City Council race: Supermarket, inside politics dominate

Possible voters packed the pews of Germantown’s First Presbyterian Church on Wednesday night to watch seven candidates vying to replace outgoing 8th District City Councilwoman Donna Reed-Miller debate how best to create jobs in a diverse district stretching from Nicetown-Tioga to Chestnut Hill, the Martin Luther King High School controversy, state public-education funding cuts and DROP.

Some took direct aim at Cindy Bass who lost by 5 percent in 2007 but has been publicly endorsed by Mayor Michael Nutter, state Rep. Dwight Evans and U.S. Rep. Chaka Fattah, for whom the 43-year-old Mt. Airy resident works as senior policy advisor for urban and domestic policy.

A common theme was changing a culture where the council member is seemingly disengaged from the community, as well as a sense that private meetings between elected officials, developers and others dictate the district’s future. The vacant supermarket at Chelten and Pulaski avenues was a symbol in conversations before the debate.

Greg Paulmier said the owner of a Shop-Rite sold because he was getting “shaken down” by elected officials. Weavers Way had interest in the location, but “Dwight came in with his posse and turned it into a Fresh Grocer, which was run so poorly that it closed [last February]. … Now there’s a proposal to turn it into a strip mall with a Save-A-Lot. We already have strip malls. We already have a Save-A-Lot.”

“People understand how important integrity and independence is, but there’s not a lot of faith in it being there right now,” Howard Treatman added.

In their words

Here are what the six non-frontrunners had to say about why they’re in the race, the endorsed frontrunner, and outgoing incumbent Donna Reed-Miller’s failure to communicate with residents. Durham, Tasco and Tyner’s responses came at Wednesday night’s debate at the First Presbyterian Church in Germantown.

Bill Durham, 55, Germantown; LaSalle University’s community relations liaison, Democratic committeeperson, Democratic State Committee district chair and sergeant-of-arms:

Over 15 years, I’ve seen that the politicans are not working for the community. My experience and knowledge will help change that. We need to develop at a pace consistent with the growth of our communities. We have to reform the educational programs. [My top priority] is public safety. There’s a perception that there’s always going to be a [backroom] deal made.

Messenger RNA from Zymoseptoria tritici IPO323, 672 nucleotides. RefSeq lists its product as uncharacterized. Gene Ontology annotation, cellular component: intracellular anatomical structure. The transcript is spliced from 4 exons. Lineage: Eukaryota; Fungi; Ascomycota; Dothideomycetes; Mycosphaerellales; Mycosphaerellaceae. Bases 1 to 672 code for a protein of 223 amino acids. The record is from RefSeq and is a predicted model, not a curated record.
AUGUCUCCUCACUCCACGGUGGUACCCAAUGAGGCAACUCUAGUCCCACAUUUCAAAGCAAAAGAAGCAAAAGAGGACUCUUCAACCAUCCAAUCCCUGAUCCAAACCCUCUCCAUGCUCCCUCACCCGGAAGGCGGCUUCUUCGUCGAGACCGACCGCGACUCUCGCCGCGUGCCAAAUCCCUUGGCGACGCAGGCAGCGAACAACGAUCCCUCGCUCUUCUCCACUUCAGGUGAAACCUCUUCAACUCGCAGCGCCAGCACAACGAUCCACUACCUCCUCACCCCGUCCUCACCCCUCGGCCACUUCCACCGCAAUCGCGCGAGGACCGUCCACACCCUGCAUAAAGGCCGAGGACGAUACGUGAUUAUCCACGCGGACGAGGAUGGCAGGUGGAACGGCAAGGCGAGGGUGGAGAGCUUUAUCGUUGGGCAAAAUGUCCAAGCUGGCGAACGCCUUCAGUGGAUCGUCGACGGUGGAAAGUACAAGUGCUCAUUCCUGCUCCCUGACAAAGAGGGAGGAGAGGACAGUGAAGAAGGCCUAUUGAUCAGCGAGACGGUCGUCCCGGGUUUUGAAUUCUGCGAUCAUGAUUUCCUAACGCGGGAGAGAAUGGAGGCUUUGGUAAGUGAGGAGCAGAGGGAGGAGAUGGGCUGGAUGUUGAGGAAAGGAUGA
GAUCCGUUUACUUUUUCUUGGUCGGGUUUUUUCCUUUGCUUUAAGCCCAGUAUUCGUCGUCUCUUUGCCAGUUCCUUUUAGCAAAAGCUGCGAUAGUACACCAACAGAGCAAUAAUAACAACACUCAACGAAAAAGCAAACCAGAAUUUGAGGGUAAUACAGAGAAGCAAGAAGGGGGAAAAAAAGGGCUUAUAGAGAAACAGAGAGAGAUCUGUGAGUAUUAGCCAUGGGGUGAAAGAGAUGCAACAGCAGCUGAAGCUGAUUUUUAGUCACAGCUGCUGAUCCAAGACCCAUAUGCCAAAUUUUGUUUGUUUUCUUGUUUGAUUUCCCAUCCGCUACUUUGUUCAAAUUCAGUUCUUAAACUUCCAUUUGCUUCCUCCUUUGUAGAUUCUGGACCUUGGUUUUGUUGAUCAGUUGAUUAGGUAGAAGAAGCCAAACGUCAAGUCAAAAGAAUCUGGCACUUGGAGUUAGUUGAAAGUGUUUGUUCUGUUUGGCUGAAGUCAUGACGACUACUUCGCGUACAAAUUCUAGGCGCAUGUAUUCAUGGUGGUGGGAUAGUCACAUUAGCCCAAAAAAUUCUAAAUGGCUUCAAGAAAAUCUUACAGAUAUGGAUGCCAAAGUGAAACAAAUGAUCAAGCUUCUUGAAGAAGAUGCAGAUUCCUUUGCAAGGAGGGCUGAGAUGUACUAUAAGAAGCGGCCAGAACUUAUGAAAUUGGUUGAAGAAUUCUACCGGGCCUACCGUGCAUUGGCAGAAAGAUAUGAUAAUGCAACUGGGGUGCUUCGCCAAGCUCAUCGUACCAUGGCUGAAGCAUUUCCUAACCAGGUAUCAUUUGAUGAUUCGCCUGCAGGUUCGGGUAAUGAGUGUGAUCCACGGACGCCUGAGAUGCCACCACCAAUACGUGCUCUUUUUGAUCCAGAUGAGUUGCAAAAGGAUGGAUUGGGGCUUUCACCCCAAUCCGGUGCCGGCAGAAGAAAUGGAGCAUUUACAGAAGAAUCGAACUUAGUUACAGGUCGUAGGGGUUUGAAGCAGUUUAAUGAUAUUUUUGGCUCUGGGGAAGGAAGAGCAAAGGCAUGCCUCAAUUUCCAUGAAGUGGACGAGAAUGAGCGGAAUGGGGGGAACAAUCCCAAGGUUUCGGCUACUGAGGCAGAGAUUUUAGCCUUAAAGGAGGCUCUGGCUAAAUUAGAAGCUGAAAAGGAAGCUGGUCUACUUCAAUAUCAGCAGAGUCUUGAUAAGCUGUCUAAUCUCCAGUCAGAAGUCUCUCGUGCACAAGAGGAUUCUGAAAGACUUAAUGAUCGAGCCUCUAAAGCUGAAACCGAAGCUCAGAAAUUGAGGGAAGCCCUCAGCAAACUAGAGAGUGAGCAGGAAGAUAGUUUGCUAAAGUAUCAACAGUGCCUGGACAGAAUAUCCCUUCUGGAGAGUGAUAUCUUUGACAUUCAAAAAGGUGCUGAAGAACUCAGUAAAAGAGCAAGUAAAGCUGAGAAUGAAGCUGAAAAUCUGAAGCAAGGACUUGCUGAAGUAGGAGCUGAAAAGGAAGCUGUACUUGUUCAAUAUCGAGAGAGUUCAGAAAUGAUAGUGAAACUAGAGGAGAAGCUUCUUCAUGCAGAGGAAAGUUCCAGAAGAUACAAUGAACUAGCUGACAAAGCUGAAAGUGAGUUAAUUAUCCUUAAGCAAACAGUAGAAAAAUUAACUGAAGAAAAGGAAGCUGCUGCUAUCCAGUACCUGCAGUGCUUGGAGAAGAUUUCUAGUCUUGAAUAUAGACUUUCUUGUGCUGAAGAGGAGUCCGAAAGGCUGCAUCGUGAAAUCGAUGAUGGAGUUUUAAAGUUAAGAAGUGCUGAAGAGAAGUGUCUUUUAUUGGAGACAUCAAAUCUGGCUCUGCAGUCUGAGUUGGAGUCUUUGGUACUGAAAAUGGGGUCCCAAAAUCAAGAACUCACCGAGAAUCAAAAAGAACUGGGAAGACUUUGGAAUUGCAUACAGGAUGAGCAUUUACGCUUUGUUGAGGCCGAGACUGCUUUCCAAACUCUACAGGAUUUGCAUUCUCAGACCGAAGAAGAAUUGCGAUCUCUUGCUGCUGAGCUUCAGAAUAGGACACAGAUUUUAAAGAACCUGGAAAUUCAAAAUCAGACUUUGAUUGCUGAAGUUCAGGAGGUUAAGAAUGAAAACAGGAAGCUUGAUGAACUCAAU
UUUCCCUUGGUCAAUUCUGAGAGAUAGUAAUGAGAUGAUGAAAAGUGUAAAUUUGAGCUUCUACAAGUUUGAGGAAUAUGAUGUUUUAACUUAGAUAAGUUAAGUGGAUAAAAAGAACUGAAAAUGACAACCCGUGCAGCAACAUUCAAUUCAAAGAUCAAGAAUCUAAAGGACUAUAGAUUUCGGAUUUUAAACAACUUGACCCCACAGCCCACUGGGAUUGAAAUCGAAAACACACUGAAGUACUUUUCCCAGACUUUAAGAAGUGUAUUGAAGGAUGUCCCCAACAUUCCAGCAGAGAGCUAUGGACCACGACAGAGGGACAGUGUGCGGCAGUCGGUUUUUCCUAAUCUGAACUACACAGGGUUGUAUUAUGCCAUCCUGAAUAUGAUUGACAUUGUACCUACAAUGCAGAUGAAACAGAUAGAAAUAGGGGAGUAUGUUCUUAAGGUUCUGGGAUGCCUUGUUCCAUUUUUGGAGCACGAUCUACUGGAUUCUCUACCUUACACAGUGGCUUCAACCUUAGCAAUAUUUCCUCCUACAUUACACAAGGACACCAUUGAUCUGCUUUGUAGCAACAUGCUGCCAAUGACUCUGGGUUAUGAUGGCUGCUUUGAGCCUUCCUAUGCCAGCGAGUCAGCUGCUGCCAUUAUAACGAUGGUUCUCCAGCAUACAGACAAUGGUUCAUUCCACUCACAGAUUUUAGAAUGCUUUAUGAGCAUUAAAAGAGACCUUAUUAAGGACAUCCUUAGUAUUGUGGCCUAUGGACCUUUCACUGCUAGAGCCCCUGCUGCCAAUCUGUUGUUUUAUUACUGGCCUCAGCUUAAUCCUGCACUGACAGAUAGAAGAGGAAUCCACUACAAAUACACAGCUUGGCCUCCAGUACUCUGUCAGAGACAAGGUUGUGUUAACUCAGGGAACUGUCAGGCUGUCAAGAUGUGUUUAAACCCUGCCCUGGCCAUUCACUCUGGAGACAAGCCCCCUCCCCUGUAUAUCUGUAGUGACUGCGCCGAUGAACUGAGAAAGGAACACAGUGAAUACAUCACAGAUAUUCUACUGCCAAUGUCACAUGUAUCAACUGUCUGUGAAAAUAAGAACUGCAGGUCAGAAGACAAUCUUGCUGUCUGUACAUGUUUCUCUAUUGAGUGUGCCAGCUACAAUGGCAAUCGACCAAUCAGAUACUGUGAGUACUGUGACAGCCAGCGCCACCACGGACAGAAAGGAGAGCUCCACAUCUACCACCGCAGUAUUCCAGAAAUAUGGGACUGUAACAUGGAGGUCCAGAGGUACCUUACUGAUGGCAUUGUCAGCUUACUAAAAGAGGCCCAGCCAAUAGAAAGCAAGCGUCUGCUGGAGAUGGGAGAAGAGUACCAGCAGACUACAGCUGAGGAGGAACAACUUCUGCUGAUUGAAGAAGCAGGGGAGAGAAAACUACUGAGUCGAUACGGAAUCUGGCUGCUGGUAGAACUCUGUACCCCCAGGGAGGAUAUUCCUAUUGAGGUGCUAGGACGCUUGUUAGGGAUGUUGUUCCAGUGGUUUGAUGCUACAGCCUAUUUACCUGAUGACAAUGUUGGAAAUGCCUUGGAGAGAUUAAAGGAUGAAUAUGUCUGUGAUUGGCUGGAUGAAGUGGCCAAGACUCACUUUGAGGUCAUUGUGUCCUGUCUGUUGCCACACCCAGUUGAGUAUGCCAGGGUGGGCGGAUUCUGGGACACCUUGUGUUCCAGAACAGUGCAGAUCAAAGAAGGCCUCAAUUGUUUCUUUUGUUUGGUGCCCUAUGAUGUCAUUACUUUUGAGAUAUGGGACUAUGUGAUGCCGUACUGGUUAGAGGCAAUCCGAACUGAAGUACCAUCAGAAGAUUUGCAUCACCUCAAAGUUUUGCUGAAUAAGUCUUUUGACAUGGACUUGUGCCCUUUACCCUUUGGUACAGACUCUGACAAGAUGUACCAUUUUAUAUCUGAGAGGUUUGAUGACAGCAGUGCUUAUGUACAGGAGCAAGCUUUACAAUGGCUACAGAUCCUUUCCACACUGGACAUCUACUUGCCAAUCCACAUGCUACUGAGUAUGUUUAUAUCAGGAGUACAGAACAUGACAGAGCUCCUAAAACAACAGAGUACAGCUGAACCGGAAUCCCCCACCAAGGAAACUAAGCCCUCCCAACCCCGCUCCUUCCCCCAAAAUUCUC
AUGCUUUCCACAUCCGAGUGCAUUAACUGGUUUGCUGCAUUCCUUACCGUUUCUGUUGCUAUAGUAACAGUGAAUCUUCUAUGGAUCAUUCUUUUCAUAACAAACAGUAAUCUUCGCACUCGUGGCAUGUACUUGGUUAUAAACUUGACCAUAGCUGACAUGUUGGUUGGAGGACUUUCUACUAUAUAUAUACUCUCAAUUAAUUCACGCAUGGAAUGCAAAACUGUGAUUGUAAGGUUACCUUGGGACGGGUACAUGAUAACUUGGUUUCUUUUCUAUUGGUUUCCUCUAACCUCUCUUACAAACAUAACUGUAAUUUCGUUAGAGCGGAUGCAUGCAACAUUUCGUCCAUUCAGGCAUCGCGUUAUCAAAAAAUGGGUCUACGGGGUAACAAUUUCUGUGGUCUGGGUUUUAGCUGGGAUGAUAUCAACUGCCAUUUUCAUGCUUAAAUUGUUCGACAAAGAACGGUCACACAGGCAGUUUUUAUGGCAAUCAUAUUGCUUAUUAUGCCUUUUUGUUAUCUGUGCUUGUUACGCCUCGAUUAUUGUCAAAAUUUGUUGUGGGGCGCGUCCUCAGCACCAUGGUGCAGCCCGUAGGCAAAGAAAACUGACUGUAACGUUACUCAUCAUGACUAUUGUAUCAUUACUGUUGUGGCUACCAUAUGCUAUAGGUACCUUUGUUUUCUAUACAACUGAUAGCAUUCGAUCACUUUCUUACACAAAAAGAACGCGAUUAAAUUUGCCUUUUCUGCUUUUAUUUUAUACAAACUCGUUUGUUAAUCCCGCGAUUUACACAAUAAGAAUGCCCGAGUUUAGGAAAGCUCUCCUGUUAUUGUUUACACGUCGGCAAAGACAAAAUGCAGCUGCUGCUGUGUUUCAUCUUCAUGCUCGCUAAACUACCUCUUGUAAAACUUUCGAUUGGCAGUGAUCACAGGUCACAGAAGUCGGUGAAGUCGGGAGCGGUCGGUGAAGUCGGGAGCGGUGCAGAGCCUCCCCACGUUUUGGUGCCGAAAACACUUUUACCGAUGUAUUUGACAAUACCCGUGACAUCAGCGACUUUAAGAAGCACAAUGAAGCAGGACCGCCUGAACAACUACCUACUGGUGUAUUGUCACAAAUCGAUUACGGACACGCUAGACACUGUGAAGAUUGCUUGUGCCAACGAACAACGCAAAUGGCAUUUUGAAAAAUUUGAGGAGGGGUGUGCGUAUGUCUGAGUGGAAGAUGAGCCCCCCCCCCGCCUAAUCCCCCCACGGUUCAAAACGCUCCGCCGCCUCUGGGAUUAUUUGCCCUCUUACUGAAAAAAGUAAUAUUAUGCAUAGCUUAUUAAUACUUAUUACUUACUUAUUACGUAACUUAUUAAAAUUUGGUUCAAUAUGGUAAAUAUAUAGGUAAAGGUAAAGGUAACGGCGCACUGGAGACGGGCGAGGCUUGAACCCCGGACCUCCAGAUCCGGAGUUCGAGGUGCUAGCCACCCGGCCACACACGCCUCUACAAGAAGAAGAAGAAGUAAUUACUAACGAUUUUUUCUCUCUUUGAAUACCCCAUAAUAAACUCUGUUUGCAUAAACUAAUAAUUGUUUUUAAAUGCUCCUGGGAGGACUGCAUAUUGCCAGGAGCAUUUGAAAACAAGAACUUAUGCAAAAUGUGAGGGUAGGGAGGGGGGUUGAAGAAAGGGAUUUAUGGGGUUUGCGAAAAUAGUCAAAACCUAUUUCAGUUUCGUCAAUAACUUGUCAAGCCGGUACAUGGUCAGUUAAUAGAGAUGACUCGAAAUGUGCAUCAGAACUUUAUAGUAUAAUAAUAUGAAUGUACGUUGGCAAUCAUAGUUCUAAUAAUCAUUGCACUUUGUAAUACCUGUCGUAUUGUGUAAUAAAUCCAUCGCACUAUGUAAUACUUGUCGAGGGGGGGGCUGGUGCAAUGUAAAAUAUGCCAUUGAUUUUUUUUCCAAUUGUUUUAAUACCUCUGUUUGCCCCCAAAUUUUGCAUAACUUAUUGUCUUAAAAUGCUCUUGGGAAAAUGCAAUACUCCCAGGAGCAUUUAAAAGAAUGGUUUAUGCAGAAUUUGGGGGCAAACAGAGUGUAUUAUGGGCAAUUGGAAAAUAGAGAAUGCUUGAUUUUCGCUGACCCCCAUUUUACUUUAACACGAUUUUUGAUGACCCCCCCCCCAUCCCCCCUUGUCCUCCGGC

[To spur development] we have some housekeeping that needs to be done in the district. (He recommended tax-free designation or tax-break status to parlay the historical areas in the district into tourist attractions). We have to do more to work with them and when we do, people will want to come here.

Listing his major platform items as economic development, education and jobs, Durham said he’s against term limits because “you’re not going to be able to do [anything to effect change] unless you do it in the long-term.”

I’ve worked in politics for 15 years, and easily could have had politicians dancing around me also, but I chose not to.

Andrew Lofton, 45, Mt. Airy; supervisor with the Urban Affairs Coalition:

At end of the day, voters go into the polls and make the decision who they elect to represent them. The endorsement needs to come from the people, not from elected officials or “people in the know,” so to speak. When folks make that decision, if they vote for who is going to have their best interest at heart. If they do that, I believe I’ll be that. If they want the same as usual, I won’t.

The needs, the quality-of-life of the community, were not addressed adequately by current representation, and it’s unlikely that they will be addressed if the district goes with individuals backed by political structure. I’m an individual who’s not tied to existing structure, an independent voice, what I like to call “the people’s voice,” and I have understanding because of my work with individuals in the community.

I’ve been working in non-profit environment for 15 yrs. Ult 20 plus years. Homeless programs. Welfare to Work. Working with community youth. I understand what goes into these programs from real-life on-the-job type training.

I bring a fresh perspective on things that have been overlooked or not taken care of.

Old school politics are tied to old school ideas. You can’t tax our way out of a problem; people are already overtaxed. With 25 percent poverty, how can you tax that? You have to create new revenue streams.

While there are citywide issues, there was the lack a lot of at the council office. They’re supposed to be the distributor of who gets what in the district. Gtwn Settlement, money went to that, that happened with knowledge of council. Closing of the Fresh Grocer. No engagement with community. You’re supposed to be conduit of info to comm. That hasn’t been done.